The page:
June, 2003 - iApplianceWeb
MicroOptical Model SV-6 PC Viewer

by Bernard Cole

If you are tired of trying to crowd multiple applications onto the single, small screen of the mobile device you are carrying around, use the virtual display on MicroOptical's SV-6 to share the viewing burden.

SV6 Viewer

Looking to make eyewear-attachable "virtual reality" viewers a commonplace and even necessary option for a wide range of ordinary portable and even desktop computing applications, MicroOptical Corp. has just introduced the SV-6 PC Viewer. It allows users of any Windows-compatible mobile computing device to view different applications two different displays, one on the device's native screen and a second on the SV-6's virtual display.

Incorporating special logic to handle the VGA resolutions necessary, the SV-6 makes use of the Microsoft Multiple Monitors feature on any Windows 2000, or Windows XP enabled computing system that also has a DB15 connector. It allows you to run and view one set of applications on the computing device -- a desktop, a laptop, a handheld, or an Tablet PC -- and an entirely different set on the SV-6.

To make the display on the eyewear as bright and clear as possible, the company has incorporated proprietary technology that automatically formats SVGA for the VGA-enabled eyewear viewer, eliminating the need to reset the resolution. A patented combination of optics, electronics and a microdisplay allows users to project the equivalent of a full-size screen in front of their eyes at a distance that is adjustable from 2 feet to 15 feet. It features 18 bit color resolution, making it well suited for displaying Web content and photos, as well as output from standard computer applications.

If you are already familiar with the setup of the Multiple Monitor option under Windows 2000 or Windows XP, all you need to do is use the SV-6's DB15 connector and go through the same setup process as you would with any alternate external monitor. If you are using a laptop, a TabletPC or high end handheld PC, there is usually a DB15 connector for using an external larger monitor. On a desktop system you might have to add another graphics card.

Once you have installed the 7.2 volt lithium-ion battery into the viewer's combined battery charger/control unit, turn on the power button and then plug the connector into the PC. Snap the quick release on the eyepiece mount on the left side of the supplied safety glasses and then adjust the position of the display lens until you can see the entire screen clearly. All that is left to do is tell Windows to install a second monitor by going to the display selection in the control panel. Via the settings menu select the "extend my windows desktop to this monitor." Once that is done you simply drag and drop the applications you want to display on the alternate virtual monitor on your eyepiece.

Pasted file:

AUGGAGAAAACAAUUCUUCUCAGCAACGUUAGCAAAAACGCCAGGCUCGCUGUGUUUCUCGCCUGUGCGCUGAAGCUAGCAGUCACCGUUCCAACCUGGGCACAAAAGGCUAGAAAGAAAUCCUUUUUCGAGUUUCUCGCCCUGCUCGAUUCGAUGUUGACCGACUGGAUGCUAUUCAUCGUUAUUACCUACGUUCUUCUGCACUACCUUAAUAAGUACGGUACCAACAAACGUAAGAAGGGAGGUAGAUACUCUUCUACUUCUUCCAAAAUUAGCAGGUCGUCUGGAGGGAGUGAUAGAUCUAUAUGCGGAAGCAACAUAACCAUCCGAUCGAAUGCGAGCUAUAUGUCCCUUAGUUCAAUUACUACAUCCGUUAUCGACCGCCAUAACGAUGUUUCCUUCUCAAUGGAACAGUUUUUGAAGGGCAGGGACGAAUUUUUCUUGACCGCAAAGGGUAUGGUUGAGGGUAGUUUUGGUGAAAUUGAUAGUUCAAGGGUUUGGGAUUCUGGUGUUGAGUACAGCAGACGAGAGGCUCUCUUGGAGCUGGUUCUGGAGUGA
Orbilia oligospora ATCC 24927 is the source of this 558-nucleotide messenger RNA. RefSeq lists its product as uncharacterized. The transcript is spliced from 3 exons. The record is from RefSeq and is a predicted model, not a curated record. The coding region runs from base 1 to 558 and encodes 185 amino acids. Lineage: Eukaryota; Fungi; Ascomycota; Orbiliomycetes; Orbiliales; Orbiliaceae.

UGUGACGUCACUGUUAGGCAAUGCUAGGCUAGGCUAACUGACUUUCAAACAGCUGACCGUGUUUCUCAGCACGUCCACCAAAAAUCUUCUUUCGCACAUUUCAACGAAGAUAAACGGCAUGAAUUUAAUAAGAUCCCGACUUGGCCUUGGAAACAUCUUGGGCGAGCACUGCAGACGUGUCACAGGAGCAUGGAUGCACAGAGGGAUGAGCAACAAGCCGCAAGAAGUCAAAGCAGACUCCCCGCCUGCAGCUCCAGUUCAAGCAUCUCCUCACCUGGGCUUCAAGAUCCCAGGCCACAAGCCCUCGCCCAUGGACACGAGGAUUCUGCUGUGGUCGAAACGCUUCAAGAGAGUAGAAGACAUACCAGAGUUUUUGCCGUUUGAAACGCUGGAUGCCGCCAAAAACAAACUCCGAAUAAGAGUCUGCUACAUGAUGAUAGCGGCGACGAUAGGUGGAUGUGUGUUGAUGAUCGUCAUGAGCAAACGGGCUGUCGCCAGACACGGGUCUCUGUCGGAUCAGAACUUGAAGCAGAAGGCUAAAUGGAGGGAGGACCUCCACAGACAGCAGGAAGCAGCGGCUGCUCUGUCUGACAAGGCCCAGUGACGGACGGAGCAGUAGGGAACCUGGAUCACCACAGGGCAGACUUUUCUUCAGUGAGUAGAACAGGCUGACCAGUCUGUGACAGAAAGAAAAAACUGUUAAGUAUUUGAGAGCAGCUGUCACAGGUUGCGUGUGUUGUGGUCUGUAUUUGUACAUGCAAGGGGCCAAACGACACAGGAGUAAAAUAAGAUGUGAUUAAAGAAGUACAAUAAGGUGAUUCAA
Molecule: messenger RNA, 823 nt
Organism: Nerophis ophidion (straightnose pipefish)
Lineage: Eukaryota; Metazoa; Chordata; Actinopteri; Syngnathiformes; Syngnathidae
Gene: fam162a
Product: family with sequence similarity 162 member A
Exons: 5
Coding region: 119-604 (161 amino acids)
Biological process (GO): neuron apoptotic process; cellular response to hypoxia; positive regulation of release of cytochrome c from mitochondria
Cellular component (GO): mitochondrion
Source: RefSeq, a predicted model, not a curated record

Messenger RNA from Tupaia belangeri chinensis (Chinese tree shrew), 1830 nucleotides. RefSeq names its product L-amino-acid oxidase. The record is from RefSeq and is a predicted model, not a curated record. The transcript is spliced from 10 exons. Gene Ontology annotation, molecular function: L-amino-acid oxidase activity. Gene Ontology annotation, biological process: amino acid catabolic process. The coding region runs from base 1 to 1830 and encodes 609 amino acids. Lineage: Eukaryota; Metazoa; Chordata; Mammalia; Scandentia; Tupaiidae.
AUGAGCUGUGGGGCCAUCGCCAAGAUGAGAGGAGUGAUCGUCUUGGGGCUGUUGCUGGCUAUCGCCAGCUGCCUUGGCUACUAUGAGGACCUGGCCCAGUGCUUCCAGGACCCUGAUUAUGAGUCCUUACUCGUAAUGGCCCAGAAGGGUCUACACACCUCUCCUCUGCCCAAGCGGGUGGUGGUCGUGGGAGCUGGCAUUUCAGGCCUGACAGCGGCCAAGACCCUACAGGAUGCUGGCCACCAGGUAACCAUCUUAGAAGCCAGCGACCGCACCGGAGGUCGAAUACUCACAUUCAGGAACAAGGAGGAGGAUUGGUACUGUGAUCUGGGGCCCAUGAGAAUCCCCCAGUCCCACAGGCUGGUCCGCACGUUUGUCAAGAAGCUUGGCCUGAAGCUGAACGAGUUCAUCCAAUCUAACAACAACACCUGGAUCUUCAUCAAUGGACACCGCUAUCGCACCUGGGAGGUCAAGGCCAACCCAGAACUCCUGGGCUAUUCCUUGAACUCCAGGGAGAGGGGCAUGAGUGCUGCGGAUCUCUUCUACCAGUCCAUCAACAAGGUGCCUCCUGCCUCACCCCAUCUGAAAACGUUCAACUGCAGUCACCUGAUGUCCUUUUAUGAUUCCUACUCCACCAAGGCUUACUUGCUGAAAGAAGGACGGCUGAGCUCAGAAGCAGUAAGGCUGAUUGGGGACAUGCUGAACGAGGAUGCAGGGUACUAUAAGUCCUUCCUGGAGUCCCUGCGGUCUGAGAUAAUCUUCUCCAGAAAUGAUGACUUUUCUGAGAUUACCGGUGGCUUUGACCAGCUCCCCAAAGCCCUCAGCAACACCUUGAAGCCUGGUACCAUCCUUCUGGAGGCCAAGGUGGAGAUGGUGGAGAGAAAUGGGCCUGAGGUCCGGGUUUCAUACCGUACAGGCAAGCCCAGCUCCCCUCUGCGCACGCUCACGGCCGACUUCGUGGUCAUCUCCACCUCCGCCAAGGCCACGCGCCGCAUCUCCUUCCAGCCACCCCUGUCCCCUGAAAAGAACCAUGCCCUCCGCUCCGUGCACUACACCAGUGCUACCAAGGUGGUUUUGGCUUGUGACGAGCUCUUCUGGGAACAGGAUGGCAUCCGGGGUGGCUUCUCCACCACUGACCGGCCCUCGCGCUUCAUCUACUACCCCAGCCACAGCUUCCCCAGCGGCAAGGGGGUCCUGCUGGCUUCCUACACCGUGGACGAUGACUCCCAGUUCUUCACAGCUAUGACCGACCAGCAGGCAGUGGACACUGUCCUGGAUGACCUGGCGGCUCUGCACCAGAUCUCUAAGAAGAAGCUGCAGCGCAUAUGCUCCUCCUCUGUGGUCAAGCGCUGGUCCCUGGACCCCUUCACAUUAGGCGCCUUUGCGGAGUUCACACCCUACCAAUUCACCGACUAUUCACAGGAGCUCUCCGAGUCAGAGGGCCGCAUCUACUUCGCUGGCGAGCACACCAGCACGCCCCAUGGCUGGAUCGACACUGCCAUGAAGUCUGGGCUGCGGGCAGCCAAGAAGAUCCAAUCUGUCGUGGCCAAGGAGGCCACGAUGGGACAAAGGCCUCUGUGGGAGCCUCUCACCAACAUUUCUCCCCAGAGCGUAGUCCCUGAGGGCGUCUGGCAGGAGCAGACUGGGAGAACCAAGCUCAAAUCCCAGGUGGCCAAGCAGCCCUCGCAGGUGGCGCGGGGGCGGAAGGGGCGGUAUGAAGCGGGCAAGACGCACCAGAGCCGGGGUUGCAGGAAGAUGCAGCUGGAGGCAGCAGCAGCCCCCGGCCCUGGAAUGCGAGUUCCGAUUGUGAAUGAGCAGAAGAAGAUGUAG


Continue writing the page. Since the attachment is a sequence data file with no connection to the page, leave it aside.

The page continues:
The battery-powered SV-6 PC Viewer is currently available for $1995. This is a bit steep considering that a run-of-the-mill PC with all of the trimmings is available at the same or lower price, and for that the same amount you could buy two or three handhelds. The way to convince yourself, your spouse, your boss, or whoever controls the checkbook, is to take advantage of the multiple ways it could be used.

For example, knowledge workers and field service personnel would find the option worth the investment because it would allow them to refer to on-line or software based documents easily without taking their hands, or their attention, off the job. The deskbound knowledge worker could also justify the cost, considering that even a standard flat panel display, ranging in price from $500 to $2000, still takes up space on the desktop.

The cost per application could be further reduced if you use a laptop, a Tablet PC or a handheld computer while on business trips. For example, while many of the smaller handheld computers allow the addition of a fold-out but portable standard keyboard, viewing what you are composing on the small screen of a handheld device is not the most comfortable process. Using the SV-6 with a keyboard-enabled handheld would make typing of even very long documents bearable. In addition, if the handheld device has some sort of wired or wireless connectivity, while you are typing copy into the virtual display, you could keep watch on your email as it scrolls down the screen on the portable device.

You could also get rid of the keyboard, if you are willing to do your typing "hunt and peck" style with an external mouse. This can be done by downloading any of a number of free and shareware programs that enable a virtual keyboard on the screen. Running it on the virtual display on the SV-6 you could work your way through the emails on your handheld wirelessly connected computing appliance typing in responses via the virtual keyboard.

If none of these reasons -- some might call them rationalizations -- work you still have the ultimate and final argument: you don't just need it, you WANT it.

Pricing and Availability

Currently MicroOptical is still looking for OEMs to market the unit widely. But it is available now directly from the company for $1995. For more information go to the company's web site.

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